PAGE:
The video provided by the Cuban Embassy in Washington, showing last Sunday’s attack, shows someone sitting at night near the gate of the diplomatic mission and very calmly taking out two Molotov cocktails, preparing them, lighting them, and throwing two Molotov cocktails into the building. Some cars pass by and even a passerby meets the attacker. All this next to an embassy that had already been attacked three years ago and represents a country that has been in intense political and diplomatic conflict with the United States of America for more than fifty years. Which, for this reason, must have a special monitoring and protection service.
He’s right Therefore, Cuban Foreign Minister Bruno Rodriguez denounced that “anti-Cuban groups resort to terrorism because they believe they enjoy impunity” by the American authorities. Likewise, President Miguel Díaz-Canel stressed that these groups “should be placed on the American blacklist of those who favor terrorism, not Cuba.”
The ease with which the attack was carried out was surprising (and outrageous). Not times and methods. Last week, Bloomberg wrote that the Biden administration will prepare a completely extraordinary measure to support Cuban private entrepreneurs (so far nearly 9,000 small and medium-sized private companies have been licensed on the island). It was possible for them to open current accounts in American banks and use them for import and export operations.
This would be a historic change in strategy. In essence, the United States will support the formation and consolidation of the Cuban middle class as the basis of a potential future base for opposition to the socialist government.
A few days later, a meeting was also held in Miami – “unprecedented, historic and a harbinger of hope,” as he put it. On Cuba news, funded by Cuban-American businessman Hugo Cancio – among 70 young Cuban entrepreneurs and their Cuban-American colleagues, supported by experts and US government officials. The goal of the two-day initiative was to explore the possibility of direct investments and partnerships with American entrepreneurs (primarily of Cuban origin) in what is known in Cuba as MpymesAnd private micro, small and medium enterprises.
From the North American side Among those present were Cancio, who already works in Cuba with Catapolic and mainly exports food to the island (but is also preparing to sell cars), Carlos Saladrigas (sugar), known for his activism against the US embargo on Cuba, and Mike Fernandez (health). section). The latter is specified Mpymes As “the beginning of something tremendous that could change the country (Cuba, Mr. DrSaladrigas stressed that “cooperation between Cuban businessmen (from both sides of the Florida Gulf, Mr. Dr) is the future.”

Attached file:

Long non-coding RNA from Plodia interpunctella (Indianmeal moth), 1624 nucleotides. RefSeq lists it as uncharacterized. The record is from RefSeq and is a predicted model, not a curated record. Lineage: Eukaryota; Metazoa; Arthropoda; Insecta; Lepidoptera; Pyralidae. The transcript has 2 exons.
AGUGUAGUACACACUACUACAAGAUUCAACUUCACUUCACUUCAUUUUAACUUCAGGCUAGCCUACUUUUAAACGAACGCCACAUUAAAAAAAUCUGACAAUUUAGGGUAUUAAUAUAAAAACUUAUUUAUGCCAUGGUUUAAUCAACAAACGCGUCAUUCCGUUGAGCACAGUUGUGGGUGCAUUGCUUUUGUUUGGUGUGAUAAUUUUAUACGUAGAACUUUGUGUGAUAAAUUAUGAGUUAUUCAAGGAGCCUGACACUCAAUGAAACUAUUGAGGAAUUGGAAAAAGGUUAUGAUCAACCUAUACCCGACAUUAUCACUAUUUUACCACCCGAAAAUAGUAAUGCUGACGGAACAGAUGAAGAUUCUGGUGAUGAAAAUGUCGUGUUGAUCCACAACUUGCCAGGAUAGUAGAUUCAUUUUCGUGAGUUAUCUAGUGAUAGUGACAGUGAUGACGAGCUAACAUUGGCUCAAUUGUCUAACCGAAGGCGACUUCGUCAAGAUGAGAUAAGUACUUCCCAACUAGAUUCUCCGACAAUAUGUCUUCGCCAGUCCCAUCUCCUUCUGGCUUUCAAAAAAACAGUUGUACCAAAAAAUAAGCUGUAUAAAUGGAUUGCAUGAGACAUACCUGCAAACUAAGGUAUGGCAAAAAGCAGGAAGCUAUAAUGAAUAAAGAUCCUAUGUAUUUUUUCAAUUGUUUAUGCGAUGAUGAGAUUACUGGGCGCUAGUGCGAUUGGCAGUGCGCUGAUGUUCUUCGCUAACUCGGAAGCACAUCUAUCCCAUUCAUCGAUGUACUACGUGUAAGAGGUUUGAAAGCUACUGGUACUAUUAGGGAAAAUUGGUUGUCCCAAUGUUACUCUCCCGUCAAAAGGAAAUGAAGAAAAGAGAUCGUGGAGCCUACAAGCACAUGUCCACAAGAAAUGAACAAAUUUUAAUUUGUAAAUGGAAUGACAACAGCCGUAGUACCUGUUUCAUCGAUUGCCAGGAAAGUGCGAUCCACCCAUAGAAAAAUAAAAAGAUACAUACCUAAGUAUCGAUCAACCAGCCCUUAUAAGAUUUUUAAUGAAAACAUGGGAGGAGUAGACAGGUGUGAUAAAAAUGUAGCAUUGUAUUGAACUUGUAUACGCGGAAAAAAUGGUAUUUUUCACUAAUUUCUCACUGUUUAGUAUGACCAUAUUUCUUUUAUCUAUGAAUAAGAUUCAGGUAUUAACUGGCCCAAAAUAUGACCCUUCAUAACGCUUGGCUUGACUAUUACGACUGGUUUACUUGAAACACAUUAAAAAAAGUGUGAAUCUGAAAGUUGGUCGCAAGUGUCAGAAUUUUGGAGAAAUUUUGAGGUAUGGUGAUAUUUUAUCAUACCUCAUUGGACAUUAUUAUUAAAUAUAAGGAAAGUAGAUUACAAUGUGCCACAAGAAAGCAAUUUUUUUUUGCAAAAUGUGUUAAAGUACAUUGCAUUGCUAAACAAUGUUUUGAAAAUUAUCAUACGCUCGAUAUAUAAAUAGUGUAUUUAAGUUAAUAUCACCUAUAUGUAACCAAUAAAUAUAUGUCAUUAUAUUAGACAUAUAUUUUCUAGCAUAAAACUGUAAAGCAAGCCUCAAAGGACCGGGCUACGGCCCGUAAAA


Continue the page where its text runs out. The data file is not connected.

State Department representative Zach Haass was much more circumspect, emphasizing President Biden’s intention to support Cuban entrepreneurs, but with extreme caution. Mainly after verifying that it is truly private sector and not people “connected with the system”. In fact, it was confirmed that sanctions imposed on Cuban government officials remain in place, and that the President still does not intend to remove Cuba from the list of countries that support terrorism.
Also the president Diaz-Canel, who was in New York to attend the UN General Assembly last week, has made contact with American businessmen who oppose the embargo, and who have put pressure on the Cuban government to be open to potential direct investment from the United States. The reaction of the President and First Secretary of the Cuban Communist Party was decidedly lukewarm.
This is not surprising. In fact, there are no Cuban government regulations that allow private companies on the island to establish direct relationships with American companies. It seems that reform is very difficult. Much of the CCP leadership believes (with good reason) that it will be a matter of letting the capitalist Trojan horse into the Cuban socialist citadel. Other leaders are instead considering reforms that allow the market to be injected into the socialist and nationalized economy.
Instead, ongoing initiatives to ease sanctions on Cuba face opposition from anti-Castro groups in Florida, which, Rodriguez said, have only one method: violence.
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